Flooded Acapulco hit by looting as tourists airlifted

Flooded Acapulco hit by looting as tourists airlifted
Mexico's Interior Minister Miguel Angel Osorio Chong (L)

ACAPULCO, Mexico - Mexican military and commercial flights airlifted hundreds of tourists stranded in the flooded resort of Acapulco on Tuesday, where looters ransacked stores after two deadly storms struck.

The official death toll rose to 47 after the tropical storms, Ingrid and Manuel, swamped large swaths of the country during a three-day holiday weekend, sparking landslides and causing rivers to overflow in several states.

Officials said 40,000 Mexican and foreign beachgoers were marooned in Acapulco hotels after landslides blocked the two main highways out of the Pacific city, while knee-high dark water covered the airport's terminal, leaving the the resort city of 680,000 people cut off.

Hundreds of people looted the Costco wholesale store in the exclusive Diamante district and broke glass doors to enter other shops in two malls, snatching food, home appliances and mattresses, an AFP correspondent said. "We can't stop them. We are in a serious emergency situation," a soldier said, declining to give his name.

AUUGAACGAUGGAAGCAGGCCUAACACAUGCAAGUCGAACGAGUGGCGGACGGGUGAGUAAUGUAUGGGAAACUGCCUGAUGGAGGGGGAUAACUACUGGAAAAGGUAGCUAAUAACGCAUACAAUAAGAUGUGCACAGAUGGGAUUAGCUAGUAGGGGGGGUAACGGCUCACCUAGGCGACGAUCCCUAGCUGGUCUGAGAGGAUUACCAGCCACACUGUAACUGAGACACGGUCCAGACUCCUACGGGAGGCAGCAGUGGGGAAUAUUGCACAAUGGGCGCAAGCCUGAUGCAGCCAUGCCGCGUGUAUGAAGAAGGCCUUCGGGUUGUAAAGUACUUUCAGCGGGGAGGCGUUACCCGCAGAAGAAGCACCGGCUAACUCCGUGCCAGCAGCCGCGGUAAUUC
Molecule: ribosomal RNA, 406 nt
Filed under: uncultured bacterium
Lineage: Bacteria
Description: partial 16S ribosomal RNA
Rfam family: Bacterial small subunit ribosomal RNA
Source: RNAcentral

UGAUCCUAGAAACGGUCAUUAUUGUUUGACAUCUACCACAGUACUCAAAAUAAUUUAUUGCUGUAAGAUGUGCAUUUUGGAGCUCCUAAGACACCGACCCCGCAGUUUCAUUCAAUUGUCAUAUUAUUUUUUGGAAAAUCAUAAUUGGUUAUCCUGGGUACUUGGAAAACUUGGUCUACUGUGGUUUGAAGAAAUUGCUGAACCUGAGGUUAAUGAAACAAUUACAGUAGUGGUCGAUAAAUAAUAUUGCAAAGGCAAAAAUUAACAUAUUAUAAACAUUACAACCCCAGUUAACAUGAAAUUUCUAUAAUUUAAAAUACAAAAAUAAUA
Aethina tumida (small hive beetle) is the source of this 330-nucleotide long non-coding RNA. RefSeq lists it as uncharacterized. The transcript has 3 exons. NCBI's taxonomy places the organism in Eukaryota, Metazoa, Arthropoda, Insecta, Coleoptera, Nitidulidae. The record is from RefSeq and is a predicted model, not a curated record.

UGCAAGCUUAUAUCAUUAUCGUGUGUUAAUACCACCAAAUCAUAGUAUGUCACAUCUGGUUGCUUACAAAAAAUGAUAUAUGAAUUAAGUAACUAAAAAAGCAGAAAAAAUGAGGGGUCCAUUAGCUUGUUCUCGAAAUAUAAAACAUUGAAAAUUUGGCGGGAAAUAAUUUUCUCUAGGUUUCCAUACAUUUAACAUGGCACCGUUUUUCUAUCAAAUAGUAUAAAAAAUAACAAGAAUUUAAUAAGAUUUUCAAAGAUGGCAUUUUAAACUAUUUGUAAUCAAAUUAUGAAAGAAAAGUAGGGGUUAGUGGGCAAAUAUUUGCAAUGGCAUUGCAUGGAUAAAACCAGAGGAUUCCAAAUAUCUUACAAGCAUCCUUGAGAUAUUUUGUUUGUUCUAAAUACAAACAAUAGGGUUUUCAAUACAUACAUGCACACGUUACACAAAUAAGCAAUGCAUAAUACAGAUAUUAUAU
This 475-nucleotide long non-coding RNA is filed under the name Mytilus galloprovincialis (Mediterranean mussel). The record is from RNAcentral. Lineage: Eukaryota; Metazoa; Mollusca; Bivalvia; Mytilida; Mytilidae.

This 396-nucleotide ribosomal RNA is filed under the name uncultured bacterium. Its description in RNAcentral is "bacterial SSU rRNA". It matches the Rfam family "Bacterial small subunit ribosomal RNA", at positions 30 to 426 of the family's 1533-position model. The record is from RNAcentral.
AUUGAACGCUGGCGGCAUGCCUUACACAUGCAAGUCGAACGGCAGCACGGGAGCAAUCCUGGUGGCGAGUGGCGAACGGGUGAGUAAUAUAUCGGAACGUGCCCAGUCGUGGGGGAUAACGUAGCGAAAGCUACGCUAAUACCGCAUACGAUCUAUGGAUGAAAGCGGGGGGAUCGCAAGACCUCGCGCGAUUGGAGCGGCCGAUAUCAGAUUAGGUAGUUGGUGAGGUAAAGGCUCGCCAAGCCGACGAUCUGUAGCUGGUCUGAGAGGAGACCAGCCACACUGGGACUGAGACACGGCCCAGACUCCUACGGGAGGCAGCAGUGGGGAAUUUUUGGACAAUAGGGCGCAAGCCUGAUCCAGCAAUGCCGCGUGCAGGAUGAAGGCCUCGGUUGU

Interior Minister Miguel Angel Osorio Chong warned it would take two to three days to reopen the two highways out of Acapulco, which lies in the hard-hit southwestern state of Guerrero.

The airport terminal remained closed, but passengers were driven directly to the runway from a concert hall turned into a shelter and operations centre for the airlines.

The military and Aeromexico and Interjet airlines began to fly people to Mexico City. Transport Minister Gerardo Ruiz Esparza said around 600 people had been flown out so far.

Interjet president Miguel Aleman Magnani said flying into Acapulco was complicated, because the radar was out and there were few dry spots on the runway.

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